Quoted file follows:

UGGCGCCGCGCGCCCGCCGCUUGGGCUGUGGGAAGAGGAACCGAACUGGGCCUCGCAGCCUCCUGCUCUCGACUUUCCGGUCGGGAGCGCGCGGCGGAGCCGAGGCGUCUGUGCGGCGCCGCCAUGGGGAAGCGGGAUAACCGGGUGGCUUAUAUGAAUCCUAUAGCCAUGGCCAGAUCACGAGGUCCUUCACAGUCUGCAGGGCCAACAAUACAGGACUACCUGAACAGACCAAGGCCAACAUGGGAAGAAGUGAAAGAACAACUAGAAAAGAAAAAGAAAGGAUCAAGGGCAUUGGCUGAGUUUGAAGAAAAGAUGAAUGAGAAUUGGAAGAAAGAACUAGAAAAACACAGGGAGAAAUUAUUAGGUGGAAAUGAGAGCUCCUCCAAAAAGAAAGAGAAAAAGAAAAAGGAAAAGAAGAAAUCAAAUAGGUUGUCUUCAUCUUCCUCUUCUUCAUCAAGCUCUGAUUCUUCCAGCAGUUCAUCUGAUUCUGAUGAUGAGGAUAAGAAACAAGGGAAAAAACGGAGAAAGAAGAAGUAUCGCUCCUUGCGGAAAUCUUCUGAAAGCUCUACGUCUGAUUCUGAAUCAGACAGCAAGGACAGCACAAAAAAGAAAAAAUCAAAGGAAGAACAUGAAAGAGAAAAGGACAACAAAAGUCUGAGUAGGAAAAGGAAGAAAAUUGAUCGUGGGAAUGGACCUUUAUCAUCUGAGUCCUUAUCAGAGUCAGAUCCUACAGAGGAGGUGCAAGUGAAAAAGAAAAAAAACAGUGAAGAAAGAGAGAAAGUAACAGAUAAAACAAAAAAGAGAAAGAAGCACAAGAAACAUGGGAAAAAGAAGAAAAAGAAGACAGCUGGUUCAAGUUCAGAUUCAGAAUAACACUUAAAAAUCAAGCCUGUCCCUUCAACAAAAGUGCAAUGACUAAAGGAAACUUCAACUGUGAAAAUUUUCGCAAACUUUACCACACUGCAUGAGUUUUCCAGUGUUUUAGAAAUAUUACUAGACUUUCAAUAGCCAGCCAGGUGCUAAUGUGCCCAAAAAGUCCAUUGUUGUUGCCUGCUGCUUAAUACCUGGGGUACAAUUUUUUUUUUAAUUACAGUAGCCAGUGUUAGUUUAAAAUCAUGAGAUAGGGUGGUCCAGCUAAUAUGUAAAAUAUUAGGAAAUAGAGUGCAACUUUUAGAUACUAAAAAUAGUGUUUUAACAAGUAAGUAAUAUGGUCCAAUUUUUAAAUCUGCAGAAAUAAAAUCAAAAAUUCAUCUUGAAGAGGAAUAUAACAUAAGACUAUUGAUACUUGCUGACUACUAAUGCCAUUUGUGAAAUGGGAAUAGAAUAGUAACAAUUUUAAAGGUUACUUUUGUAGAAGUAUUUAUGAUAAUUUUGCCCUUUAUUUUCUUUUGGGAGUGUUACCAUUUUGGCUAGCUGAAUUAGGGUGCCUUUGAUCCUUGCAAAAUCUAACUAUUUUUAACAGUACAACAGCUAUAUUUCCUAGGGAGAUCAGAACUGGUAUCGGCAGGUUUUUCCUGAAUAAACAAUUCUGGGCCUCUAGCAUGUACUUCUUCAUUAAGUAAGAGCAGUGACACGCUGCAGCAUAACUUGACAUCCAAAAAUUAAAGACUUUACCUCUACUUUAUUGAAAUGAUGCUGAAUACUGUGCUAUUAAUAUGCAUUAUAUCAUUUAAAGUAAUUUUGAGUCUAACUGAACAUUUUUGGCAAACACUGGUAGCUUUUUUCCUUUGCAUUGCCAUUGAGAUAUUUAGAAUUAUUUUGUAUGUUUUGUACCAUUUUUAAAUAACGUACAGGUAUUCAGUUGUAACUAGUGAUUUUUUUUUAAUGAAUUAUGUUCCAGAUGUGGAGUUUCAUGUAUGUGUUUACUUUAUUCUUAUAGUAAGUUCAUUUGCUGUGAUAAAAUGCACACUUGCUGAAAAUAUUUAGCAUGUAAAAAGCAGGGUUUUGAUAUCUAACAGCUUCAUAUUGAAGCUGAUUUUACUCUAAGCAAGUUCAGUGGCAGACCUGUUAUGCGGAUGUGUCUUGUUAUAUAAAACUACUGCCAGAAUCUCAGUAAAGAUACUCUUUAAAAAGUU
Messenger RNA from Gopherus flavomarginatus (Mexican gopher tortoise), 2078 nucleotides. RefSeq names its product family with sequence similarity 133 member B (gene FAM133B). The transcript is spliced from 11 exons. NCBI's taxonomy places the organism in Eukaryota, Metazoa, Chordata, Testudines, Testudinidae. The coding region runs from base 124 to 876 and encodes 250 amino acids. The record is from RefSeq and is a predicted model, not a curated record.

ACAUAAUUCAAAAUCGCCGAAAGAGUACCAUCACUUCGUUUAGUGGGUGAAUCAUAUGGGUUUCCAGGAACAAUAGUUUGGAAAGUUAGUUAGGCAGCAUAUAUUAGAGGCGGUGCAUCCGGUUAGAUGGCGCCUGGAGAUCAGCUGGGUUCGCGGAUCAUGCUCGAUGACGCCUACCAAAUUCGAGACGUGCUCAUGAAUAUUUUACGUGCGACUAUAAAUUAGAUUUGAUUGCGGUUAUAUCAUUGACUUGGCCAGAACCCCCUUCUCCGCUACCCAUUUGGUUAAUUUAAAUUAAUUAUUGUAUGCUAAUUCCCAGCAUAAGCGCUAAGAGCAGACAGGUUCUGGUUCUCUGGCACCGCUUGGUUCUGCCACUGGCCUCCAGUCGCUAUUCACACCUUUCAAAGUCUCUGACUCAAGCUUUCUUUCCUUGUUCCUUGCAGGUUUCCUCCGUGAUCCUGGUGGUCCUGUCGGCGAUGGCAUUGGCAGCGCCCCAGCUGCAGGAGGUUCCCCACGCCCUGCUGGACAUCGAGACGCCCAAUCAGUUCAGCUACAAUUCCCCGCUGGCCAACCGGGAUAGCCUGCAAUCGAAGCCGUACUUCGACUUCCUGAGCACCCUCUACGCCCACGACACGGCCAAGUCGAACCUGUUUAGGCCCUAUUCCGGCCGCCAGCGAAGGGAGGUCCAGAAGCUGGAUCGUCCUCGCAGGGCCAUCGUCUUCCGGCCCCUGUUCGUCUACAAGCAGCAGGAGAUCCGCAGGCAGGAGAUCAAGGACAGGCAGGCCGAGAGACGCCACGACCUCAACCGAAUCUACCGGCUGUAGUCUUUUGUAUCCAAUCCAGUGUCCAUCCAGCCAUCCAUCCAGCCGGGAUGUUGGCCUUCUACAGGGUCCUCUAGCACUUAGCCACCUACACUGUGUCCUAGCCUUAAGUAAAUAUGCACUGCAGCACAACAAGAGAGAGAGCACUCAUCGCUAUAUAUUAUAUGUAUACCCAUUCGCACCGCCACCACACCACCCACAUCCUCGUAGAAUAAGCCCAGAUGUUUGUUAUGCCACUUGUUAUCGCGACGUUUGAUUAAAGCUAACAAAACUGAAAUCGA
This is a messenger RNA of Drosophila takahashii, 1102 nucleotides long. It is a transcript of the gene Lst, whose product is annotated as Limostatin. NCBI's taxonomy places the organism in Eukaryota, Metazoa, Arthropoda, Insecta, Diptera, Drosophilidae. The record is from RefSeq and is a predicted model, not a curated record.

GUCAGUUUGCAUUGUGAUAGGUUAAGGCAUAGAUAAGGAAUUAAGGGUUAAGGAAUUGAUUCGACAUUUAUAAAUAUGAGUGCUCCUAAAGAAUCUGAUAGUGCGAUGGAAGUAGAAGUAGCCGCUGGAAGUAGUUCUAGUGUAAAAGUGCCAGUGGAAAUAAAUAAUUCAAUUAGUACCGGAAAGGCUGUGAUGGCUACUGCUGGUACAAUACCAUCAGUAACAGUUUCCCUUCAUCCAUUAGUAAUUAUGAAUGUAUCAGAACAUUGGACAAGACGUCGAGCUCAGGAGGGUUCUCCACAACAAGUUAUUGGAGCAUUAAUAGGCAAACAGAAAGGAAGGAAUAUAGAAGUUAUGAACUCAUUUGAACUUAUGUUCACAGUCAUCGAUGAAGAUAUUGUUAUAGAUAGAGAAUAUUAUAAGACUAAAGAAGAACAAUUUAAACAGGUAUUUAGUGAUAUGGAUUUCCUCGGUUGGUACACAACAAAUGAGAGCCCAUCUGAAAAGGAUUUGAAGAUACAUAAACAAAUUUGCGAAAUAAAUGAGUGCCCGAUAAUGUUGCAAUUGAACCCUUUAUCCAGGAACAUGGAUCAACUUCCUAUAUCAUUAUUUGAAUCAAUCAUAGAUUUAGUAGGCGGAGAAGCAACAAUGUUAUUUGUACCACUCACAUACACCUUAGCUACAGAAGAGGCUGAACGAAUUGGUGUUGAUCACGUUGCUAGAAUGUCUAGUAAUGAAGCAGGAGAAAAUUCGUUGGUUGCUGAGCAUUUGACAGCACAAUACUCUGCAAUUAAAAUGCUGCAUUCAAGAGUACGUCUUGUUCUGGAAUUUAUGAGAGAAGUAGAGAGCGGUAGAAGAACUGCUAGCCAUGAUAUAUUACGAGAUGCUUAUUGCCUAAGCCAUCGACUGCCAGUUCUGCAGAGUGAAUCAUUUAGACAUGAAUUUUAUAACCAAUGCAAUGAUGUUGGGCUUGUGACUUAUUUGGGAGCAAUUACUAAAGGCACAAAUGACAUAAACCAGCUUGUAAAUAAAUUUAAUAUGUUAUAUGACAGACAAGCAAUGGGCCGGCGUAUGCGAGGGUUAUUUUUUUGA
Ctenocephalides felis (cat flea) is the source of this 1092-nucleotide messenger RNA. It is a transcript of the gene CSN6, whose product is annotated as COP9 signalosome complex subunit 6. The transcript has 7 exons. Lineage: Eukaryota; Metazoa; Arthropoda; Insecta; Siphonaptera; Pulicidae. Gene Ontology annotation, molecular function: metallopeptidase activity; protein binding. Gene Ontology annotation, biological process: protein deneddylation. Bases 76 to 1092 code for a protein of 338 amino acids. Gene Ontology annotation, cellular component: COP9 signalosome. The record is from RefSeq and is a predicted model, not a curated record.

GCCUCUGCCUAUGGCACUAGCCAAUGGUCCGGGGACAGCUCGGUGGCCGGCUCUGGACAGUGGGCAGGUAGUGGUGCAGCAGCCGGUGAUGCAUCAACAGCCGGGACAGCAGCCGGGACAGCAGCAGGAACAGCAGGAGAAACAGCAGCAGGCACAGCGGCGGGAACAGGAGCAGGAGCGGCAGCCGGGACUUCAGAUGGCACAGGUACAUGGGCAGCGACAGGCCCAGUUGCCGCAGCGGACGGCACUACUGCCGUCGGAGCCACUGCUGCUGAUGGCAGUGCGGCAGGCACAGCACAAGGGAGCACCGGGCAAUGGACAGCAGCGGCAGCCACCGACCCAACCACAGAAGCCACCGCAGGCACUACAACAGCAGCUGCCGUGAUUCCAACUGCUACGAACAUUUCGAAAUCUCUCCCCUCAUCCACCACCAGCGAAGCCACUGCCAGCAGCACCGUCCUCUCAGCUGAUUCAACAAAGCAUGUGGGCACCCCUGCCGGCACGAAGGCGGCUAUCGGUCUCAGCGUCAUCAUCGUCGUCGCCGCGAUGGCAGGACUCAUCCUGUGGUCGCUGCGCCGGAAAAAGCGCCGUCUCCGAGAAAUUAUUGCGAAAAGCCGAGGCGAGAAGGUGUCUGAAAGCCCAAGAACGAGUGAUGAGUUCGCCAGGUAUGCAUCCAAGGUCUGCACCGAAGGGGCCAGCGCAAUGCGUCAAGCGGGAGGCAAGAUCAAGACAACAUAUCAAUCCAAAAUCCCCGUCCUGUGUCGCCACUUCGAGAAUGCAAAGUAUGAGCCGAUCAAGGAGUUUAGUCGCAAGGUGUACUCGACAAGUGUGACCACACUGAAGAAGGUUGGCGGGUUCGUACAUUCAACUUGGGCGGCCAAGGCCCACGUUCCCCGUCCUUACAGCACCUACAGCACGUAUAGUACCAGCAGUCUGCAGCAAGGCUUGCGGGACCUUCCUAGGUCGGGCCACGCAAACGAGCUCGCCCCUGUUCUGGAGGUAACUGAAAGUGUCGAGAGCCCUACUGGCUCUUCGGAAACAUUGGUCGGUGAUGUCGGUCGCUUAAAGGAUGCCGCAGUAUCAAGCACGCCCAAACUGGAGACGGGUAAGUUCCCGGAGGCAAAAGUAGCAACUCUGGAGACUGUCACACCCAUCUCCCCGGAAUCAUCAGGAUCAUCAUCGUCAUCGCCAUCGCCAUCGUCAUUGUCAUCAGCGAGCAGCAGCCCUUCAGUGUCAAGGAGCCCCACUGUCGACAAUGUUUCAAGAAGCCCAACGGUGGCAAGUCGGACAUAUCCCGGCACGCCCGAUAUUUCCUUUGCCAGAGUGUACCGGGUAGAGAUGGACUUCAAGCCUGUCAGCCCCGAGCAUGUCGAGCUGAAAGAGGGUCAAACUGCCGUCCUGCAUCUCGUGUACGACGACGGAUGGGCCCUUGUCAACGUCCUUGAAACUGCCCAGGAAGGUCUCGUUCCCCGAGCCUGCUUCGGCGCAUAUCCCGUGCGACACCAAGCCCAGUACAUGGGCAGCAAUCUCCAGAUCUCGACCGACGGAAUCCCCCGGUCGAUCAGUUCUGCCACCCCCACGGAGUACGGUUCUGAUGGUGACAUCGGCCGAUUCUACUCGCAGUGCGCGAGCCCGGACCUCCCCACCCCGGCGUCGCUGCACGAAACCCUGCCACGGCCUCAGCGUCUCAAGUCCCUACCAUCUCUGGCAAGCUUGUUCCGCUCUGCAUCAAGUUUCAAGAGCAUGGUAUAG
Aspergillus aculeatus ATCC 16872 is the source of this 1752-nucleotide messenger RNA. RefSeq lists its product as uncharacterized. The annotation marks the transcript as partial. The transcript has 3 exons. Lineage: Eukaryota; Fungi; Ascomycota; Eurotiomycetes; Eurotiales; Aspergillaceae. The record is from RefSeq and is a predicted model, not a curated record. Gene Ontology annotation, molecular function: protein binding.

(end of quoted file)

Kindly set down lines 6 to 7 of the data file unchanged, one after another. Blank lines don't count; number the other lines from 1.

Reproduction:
Ctenocephalides felis (cat flea) is the source of this 1092-nucleotide messenger RNA. It is a transcript of the gene CSN6, whose product is annotated as COP9 signalosome complex subunit 6. The transcript has 7 exons. Lineage: Eukaryota; Metazoa; Arthropoda; Insecta; Siphonaptera; Pulicidae. Gene Ontology annotation, molecular function: metallopeptidase activity; protein binding. Gene Ontology annotation, biological process: protein deneddylation. Bases 76 to 1092 code for a protein of 338 amino acids. Gene Ontology annotation, cellular component: COP9 signalosome. The record is from RefSeq and is a predicted model, not a curated record.

GCCUCUGCCUAUGGCACUAGCCAAUGGUCCGGGGACAGCUCGGUGGCCGGCUCUGGACAGUGGGCAGGUAGUGGUGCAGCAGCCGGUGAUGCAUCAACAGCCGGGACAGCAGCCGGGACAGCAGCAGGAACAGCAGGAGAAACAGCAGCAGGCACAGCGGCGGGAACAGGAGCAGGAGCGGCAGCCGGGACUUCAGAUGGCACAGGUACAUGGGCAGCGACAGGCCCAGUUGCCGCAGCGGACGGCACUACUGCCGUCGGAGCCACUGCUGCUGAUGGCAGUGCGGCAGGCACAGCACAAGGGAGCACCGGGCAAUGGACAGCAGCGGCAGCCACCGACCCAACCACAGAAGCCACCGCAGGCACUACAACAGCAGCUGCCGUGAUUCCAACUGCUACGAACAUUUCGAAAUCUCUCCCCUCAUCCACCACCAGCGAAGCCACUGCCAGCAGCACCGUCCUCUCAGCUGAUUCAACAAAGCAUGUGGGCACCCCUGCCGGCACGAAGGCGGCUAUCGGUCUCAGCGUCAUCAUCGUCGUCGCCGCGAUGGCAGGACUCAUCCUGUGGUCGCUGCGCCGGAAAAAGCGCCGUCUCCGAGAAAUUAUUGCGAAAAGCCGAGGCGAGAAGGUGUCUGAAAGCCCAAGAACGAGUGAUGAGUUCGCCAGGUAUGCAUCCAAGGUCUGCACCGAAGGGGCCAGCGCAAUGCGUCAAGCGGGAGGCAAGAUCAAGACAACAUAUCAAUCCAAAAUCCCCGUCCUGUGUCGCCACUUCGAGAAUGCAAAGUAUGAGCCGAUCAAGGAGUUUAGUCGCAAGGUGUACUCGACAAGUGUGACCACACUGAAGAAGGUUGGCGGGUUCGUACAUUCAACUUGGGCGGCCAAGGCCCACGUUCCCCGUCCUUACAGCACCUACAGCACGUAUAGUACCAGCAGUCUGCAGCAAGGCUUGCGGGACCUUCCUAGGUCGGGCCACGCAAACGAGCUCGCCCCUGUUCUGGAGGUAACUGAAAGUGUCGAGAGCCCUACUGGCUCUUCGGAAACAUUGGUCGGUGAUGUCGGUCGCUUAAAGGAUGCCGCAGUAUCAAGCACGCCCAAACUGGAGACGGGUAAGUUCCCGGAGGCAAAAGUAGCAACUCUGGAGACUGUCACACCCAUCUCCCCGGAAUCAUCAGGAUCAUCAUCGUCAUCGCCAUCGCCAUCGUCAUUGUCAUCAGCGAGCAGCAGCCCUUCAGUGUCAAGGAGCCCCACUGUCGACAAUGUUUCAAGAAGCCCAACGGUGGCAAGUCGGACAUAUCCCGGCACGCCCGAUAUUUCCUUUGCCAGAGUGUACCGGGUAGAGAUGGACUUCAAGCCUGUCAGCCCCGAGCAUGUCGAGCUGAAAGAGGGUCAAACUGCCGUCCUGCAUCUCGUGUACGACGACGGAUGGGCCCUUGUCAACGUCCUUGAAACUGCCCAGGAAGGUCUCGUUCCCCGAGCCUGCUUCGGCGCAUAUCCCGUGCGACACCAAGCCCAGUACAUGGGCAGCAAUCUCCAGAUCUCGACCGACGGAAUCCCCCGGUCGAUCAGUUCUGCCACCCCCACGGAGUACGGUUCUGAUGGUGACAUCGGCCGAUUCUACUCGCAGUGCGCGAGCCCGGACCUCCCCACCCCGGCGUCGCUGCACGAAACCCUGCCACGGCCUCAGCGUCUCAAGUCCCUACCAUCUCUGGCAAGCUUGUUCCGCUCUGCAUCAAGUUUCAAGAGCAUGGUAUAG